8. Um…will you be doing a side-by-side comparison of Julia and Victoria?

    Will they ever make a wheel and give it a guy’s name? Mike? Jim? Steve?

  9. Looks like Louet is really paring wheel design down to the elemental parts. Interesting…

    Some wheels don’t have maiden supports for the flyer at the rear AND front. (Majacraft, New Louet, Ashford Joy, Fricke, Journey Wheel, etc.) I know you are a big fan of Majacraft, Journey and Fricke and wonder about your opinion on that. It kind of bugs me if the orifice wavers.

    I guess a spindles “orifice” just floats in space, so it is probably less of a concern for you.

  10. This is REALLY interesting! I am very impressed with some of these design features, and it is cool that it has a reasonable ratio of 20:1 right out of the box. I don’t QUITE get the Scotch tensioner having the knob on the inside, that’s a good way to get your hand thwacked if you adjust while spinning! Or it looks that way.

    I gave in and ordered a Mach 1 demo unit this morning, so I should have one of those to test drive next week some time. Okay, so I couldn’t wait for others to report. But now I wish I hadn’t done that. This has a better ratio range, and is a little “cleaner”? How much does it weigh? This Mach 1 is seductive with what they are claiming is a nearly 12 oz bobbin, but I wonder if it is going to make that puppy top heavy when it gets full: it sticks out so far from the rest of the wheel!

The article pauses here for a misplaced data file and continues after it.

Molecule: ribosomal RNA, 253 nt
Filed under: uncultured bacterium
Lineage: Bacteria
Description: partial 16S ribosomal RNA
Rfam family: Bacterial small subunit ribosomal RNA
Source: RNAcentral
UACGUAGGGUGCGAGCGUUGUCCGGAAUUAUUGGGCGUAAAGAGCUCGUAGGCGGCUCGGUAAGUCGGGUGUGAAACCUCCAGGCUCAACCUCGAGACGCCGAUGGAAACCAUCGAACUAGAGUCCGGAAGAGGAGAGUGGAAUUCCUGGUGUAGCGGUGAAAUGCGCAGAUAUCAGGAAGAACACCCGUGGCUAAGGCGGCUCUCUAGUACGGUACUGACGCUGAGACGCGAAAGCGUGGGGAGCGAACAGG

Are you getting my emails? I think you ARE, but if you are answering me, I am NOT getting yours…

  11. Clicked through here from the Spinner Central review on Ravelry. Thanks for writing such a detailed review. It makes it much easier for someone like me to decide which wheels I want to try out.

  12. Thanks for this picture series and the review on Knitty Summer 08.
    I started spinning in May 08 with a used Ashford Traditional. I have been looking for another spinning wheel for a couple of weeks but was not able to decide until a couple of weeks ago when I ordered a Julia. I am so glad to read your positive reaction to it since it will be the first new wheel I get. Now I just have to wait until the factory opens after the summer holidays, because the Danish supplier did not know anything about it.
    Happy spinning,
    Vips – Denmark